How do different societies around the world meet their economic needs?


Remember that in life, people have unlimited wants, but limited resources. This is the issue of scarcity. Because of scarcity, we must make choices to determine how we meet our basic needs.

Economics - the study of how people meet their basic needs

Answers three main questions (3MQ):

  1. What should be produced?
  2. How should it be produced?
  3. Who gets what is produced?

Economic system - how a society answers those three questions (how a society meets its needs).

There are four main ways that societies meet their economic needs (in other words, there are four main economic systems). We will take a closer look at each one below.

TRADITIONAL ECONOMY

Traditional economies are based in tradition. The 3MQ are answered by ancestry, habit, and customs (we do things the way we have always done things).

People in these societies are usually born in a small village and do the same things their parents and grandparents did (hunting, farming, herding cattle, etc.)  These societies are primarily rural/agricultural and are based on bartering or subsistence agriculture (producing only enough food for survival; no surplus). There may also be some cottage industry, where goods are produced by hand at home (weaving, carving, etc.) Communal societies like these have little, if any, private property.

Pros: People know their role, the methods work
Cons: Resistant to change/new ideas, low standard of living

Examples include: the Kalahari Bushmen, Berbers of Algeria, Villages of South Asia.  

MARKET ECONOMY

(Free Enterprise, Capitalism)

Market economies involve the exchange of goods and services for a price. People in these societies produce whatever they want, and purchase whatever they want. (Individuals answer the 3MQ). Market economies are based on the principles of laissez faire and supply and demand (see below).  Food is produced through commercial agriculture (large scale production of food in surplus) and goods are produced through commercial industry (large scale production of goods in surplus).

Pros: flexible, individual freedom, no government planning, decentralized decision making, high consumer satisfaction, private property rights
Cons: slow to change, allows failure, does not meet everyone's needs

Examples include: The United States, Great Britain, France, Canada, Japan, Germany

----------------------------------------------------------------------------------------------------------Prices for goods are determined by supply and demand:

Sellers (producers) will generally produce a lot of a good at a high price in order to make a profit. Buyers (consumers) will generally buy more of things when they cost less. The quantity and price of a good are determined by where these two desires intersect.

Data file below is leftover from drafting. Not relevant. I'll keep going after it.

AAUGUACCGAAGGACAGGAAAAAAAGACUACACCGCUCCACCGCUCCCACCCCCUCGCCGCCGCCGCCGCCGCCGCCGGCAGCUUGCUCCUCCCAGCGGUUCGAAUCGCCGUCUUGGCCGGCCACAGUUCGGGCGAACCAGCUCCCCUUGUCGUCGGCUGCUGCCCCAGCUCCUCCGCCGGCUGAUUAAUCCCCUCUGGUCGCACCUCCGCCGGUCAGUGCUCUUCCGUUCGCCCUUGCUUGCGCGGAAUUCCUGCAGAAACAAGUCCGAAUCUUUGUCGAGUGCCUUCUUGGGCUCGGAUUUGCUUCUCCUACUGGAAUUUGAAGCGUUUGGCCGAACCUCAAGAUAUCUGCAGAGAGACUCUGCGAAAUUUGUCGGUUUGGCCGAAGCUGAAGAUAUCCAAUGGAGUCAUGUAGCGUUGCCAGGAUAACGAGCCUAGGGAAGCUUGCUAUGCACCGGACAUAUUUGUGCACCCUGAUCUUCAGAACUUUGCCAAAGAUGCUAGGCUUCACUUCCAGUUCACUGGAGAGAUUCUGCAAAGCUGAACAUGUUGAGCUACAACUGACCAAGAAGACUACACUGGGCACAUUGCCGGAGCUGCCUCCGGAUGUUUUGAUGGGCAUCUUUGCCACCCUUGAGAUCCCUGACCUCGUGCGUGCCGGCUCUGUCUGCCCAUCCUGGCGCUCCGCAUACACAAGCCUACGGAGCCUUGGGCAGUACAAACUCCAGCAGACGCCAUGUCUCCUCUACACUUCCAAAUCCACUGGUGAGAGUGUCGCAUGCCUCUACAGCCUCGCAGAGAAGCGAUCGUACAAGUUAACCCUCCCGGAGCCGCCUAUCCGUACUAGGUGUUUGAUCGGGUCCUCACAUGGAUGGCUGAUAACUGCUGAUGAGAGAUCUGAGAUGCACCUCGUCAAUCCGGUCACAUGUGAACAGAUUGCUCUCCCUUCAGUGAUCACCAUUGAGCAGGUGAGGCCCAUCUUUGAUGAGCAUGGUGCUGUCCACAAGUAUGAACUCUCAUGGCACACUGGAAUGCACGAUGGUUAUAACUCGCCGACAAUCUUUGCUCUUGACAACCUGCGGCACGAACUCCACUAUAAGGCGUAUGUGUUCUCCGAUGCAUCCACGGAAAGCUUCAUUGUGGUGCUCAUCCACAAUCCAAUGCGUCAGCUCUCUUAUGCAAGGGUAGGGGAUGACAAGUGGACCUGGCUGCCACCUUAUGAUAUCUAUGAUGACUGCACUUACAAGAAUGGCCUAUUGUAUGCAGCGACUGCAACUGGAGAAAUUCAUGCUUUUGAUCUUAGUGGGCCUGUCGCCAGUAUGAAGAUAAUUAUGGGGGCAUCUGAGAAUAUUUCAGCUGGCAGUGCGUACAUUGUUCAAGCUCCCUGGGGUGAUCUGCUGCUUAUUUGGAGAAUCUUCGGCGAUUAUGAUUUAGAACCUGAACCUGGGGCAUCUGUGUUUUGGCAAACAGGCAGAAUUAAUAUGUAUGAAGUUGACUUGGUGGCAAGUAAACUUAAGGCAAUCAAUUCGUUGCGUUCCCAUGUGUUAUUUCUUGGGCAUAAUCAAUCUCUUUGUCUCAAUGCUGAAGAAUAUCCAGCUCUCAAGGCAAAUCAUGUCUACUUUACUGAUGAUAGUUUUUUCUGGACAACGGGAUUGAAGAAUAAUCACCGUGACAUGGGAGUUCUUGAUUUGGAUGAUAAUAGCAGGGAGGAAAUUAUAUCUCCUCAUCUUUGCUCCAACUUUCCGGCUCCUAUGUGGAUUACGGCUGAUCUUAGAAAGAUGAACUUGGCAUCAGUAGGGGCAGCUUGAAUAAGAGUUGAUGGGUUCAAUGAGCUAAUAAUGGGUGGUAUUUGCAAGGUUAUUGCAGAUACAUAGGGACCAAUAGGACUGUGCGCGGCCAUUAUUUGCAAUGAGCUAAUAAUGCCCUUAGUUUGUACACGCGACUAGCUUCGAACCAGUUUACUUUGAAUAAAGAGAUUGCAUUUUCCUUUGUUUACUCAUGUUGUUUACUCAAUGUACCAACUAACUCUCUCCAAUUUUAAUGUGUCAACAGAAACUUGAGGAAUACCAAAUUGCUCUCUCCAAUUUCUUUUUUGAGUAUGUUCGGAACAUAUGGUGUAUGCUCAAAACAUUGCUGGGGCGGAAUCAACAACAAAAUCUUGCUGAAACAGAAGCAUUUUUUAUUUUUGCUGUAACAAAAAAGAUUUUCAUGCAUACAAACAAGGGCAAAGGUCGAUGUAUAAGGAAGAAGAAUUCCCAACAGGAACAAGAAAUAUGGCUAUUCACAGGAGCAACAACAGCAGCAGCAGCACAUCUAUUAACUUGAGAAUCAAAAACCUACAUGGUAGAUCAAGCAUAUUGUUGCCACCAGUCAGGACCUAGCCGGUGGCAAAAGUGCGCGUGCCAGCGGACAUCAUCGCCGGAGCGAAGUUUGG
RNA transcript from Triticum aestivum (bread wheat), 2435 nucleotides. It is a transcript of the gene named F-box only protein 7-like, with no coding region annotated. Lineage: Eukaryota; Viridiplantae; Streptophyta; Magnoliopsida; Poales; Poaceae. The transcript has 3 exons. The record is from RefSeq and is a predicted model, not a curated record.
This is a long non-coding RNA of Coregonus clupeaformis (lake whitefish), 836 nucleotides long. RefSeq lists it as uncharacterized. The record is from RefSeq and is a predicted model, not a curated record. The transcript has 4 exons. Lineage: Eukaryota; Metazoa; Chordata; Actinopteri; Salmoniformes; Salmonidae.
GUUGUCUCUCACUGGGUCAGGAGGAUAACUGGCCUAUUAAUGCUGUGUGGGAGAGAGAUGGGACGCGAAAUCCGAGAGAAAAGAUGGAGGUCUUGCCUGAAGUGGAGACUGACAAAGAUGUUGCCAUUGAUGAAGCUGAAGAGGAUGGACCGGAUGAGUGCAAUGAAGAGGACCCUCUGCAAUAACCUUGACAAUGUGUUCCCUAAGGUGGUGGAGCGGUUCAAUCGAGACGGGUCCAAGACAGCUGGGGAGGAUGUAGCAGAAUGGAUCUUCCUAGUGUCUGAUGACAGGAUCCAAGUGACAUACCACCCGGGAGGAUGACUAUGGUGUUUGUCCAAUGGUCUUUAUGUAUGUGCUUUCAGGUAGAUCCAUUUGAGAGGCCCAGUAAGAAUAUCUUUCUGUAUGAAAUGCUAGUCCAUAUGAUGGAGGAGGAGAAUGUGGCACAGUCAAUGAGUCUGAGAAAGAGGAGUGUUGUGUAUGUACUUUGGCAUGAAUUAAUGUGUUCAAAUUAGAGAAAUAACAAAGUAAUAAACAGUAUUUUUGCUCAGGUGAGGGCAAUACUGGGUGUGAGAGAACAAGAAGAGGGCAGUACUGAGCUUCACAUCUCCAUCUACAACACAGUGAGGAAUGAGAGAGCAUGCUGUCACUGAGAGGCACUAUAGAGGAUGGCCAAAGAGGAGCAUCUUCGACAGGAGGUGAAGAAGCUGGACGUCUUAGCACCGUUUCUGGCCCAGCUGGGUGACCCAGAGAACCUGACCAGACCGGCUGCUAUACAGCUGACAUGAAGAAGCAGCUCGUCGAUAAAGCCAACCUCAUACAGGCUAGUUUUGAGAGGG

COMMUNIST ECONOMY

(Command Economy)

In contrast to a market economy, where production and distribution are based on individual interests, in a command economy, production and distribution of goods are planned by a central governing authority.

Remember that in communism, the government controls all aspects of life in order to provide for everyone's needs. There is no private property or competition for revenue/resources like in a market economy. Instead, in a communist economy, the government determines what is produced, how it is produced, and then distributes those goods evenly to all citizens. (The government answers the 3MQ). The ultimate goal is to create a classless (equal) society.

Pros: allows for quick change, everyone knows their role, basic needs are met
Cons: centralized planning/massive bureaucracy, consumer wants ignored, no incentives to work, inflexibility

Former examples: Soviet Union                 Modern examples: North Korea, Cuba, Vietnam
Note: Today, China is communist politically, but economically has opened up to the free market.

SOCIALIST ECONOMY

(MIXED ECONOMY)

In the real world, no economy totally follows one economic system. Most countries have mixed economies which blend features of economic systems.

A socialist economy is an example of a mixed economy, as it has some aspects of communism and capitalism. While communist economies run entirely on government planning, socialist economies just have government ownership of major industries and use that control to more equally provide public services. Like capitalism, in a socialist economy, the government allows private ownership of small businesses. (In other words, both individuals and the government answer the 3MQ).

Pros: basic needs are met
Cons: high taxes; limited property rights, economic freedom, and profit motive

Examples include: Israel, Sweden